03 December 2020
As we welcome relatives into our homes this Christmas, we won’t be able to hug or kiss them. How difficult is that going to be? As they walk in the door the temptation to hug will be pretty difficult to resist. If they stay for a few days it will be nigh on impossible. Why can’t we just follow the rules, we know they make sense. A hug could kill, but it won’t, will it?
We don’t follow the rules because as humans we are almost always overconfident. We are built to overestimate our own skills and chances of success. Overconfidence in decision making is innate to all of us, but more prevalent in those who think they know more than others. Donald Trump or Dominic Cummings spring to mind? The entire approach of the UK government? From a survey, 84% of Frenchmen thought they were better than average lovers…
Those who think they know more than others have fallen prey to what is called the “illusion of knowledge”. As humans we do not like uncertainty, so we collect information. Think of what you have done to understand Covid-19 and its impact! The result is we think we are better informed and that we know better than others. We act on this information with overconfidence!!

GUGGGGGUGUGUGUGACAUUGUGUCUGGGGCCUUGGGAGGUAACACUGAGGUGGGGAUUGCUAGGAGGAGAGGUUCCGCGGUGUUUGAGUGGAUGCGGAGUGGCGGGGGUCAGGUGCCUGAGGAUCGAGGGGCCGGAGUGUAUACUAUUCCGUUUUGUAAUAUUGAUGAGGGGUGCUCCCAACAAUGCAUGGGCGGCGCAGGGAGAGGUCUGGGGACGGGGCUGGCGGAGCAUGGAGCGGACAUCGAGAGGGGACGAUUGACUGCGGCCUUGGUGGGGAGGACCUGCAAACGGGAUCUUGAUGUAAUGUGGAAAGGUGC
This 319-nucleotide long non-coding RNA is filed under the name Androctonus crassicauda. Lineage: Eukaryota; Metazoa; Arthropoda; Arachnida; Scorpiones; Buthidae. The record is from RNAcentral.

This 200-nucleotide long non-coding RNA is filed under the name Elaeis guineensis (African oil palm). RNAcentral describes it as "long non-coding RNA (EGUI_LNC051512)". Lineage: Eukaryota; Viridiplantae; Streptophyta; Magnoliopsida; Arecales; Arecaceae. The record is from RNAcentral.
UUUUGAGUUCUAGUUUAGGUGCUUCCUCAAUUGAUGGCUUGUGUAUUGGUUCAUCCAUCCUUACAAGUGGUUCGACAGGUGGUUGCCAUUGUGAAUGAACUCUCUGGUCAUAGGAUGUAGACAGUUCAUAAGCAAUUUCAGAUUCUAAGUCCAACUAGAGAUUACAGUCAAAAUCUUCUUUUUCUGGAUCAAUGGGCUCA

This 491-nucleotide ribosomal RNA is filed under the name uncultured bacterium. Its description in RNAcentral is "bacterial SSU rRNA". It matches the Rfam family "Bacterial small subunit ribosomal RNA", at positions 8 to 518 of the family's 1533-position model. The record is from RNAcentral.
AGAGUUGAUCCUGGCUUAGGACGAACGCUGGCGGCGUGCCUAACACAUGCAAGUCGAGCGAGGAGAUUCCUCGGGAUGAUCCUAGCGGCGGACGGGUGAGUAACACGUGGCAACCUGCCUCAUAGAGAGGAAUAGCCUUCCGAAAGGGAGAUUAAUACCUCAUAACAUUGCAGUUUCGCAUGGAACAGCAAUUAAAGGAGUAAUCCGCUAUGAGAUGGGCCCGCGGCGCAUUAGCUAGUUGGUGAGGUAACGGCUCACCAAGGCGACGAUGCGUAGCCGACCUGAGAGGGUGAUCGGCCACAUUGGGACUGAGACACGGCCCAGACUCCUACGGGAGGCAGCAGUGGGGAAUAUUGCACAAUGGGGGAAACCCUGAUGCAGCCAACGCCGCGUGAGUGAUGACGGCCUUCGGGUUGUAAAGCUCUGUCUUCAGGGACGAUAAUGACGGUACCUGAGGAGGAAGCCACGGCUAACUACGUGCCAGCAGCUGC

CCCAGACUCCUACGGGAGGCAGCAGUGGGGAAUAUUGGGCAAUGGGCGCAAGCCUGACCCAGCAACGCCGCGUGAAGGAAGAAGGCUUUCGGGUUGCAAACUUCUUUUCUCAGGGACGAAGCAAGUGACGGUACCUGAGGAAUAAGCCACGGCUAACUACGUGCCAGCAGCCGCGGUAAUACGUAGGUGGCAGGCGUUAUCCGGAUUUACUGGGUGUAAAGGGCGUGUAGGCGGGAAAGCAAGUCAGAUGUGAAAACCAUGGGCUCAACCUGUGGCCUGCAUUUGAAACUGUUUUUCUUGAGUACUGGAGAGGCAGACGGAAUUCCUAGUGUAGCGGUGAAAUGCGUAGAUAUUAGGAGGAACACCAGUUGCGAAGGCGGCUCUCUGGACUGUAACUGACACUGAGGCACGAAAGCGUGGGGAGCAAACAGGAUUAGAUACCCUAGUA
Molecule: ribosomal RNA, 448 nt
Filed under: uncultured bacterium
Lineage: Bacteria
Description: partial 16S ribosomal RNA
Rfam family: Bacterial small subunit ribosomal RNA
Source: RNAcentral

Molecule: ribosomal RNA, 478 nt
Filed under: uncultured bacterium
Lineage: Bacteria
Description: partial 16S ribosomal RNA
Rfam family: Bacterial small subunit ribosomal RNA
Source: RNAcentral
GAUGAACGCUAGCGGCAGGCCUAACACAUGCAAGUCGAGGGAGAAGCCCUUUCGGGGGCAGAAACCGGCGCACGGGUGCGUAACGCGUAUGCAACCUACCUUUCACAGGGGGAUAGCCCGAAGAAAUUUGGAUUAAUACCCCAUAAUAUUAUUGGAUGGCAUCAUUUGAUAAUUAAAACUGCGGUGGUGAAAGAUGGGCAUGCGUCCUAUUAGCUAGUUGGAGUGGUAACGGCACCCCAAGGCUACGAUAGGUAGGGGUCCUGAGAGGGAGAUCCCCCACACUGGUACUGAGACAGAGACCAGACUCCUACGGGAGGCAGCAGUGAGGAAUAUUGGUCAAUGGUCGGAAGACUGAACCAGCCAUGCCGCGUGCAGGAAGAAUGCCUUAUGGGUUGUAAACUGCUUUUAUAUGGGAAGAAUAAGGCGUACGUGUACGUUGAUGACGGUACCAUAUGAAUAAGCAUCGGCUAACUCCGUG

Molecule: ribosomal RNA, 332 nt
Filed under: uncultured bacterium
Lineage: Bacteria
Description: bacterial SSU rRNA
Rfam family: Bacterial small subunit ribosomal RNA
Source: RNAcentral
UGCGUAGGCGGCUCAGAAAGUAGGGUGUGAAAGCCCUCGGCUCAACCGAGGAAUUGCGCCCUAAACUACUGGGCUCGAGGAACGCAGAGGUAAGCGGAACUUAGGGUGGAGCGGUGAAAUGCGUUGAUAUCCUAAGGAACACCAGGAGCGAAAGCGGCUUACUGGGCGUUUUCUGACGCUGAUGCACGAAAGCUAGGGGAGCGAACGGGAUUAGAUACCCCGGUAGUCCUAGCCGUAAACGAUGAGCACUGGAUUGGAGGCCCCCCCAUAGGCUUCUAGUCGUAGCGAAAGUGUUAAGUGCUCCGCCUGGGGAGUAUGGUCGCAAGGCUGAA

Investors in the stock market fall prey to that illusion of knowledge time and time again. Surely to invest you need to know what is going on. But if you think you know what is going on you fall into the psychology of overconfidence. Speaking to the management must give you an insight? Pouring over annual reports must give you an advantage? Not so if you become overconfident.
As an investor you have to have a toolbox to guard against confidence. At MVAM, it might not surprise regular readers to know we have a saying for this. “What an analyst doesn’t know will kill you!” Or to put it another way – there is always something that is happening in this world that you do not know about, which could wreck your certain investment winner.
For those of you looking to pick an investment manager to run your money find the ones that admit they made good profits on an investment for totally different reasons as to why they invested in the first place. Or ones that readily concede that they get things wrong. Investment management offices devoid of crystal balls is a good place to start!!
These tools that we use to avoid our ingrained mental pitfalls must all be sharpened this Christmas. We must remind ourselves as we meet our friends or relatives that it does not always happen to someone else – over confidence if ever there was. But also, if the turkey dinner just ends up being average rather than superb don’t be too hard on yourself either. Average is fine. In a world of 8 billion we are all pretty much in that category whether we believe it or not!!
So, to all our clients and other newsletter readers we wish you the best possible, Covid free, Christmas. And yes, we too, find it quite impossible to believe that some readers of this way above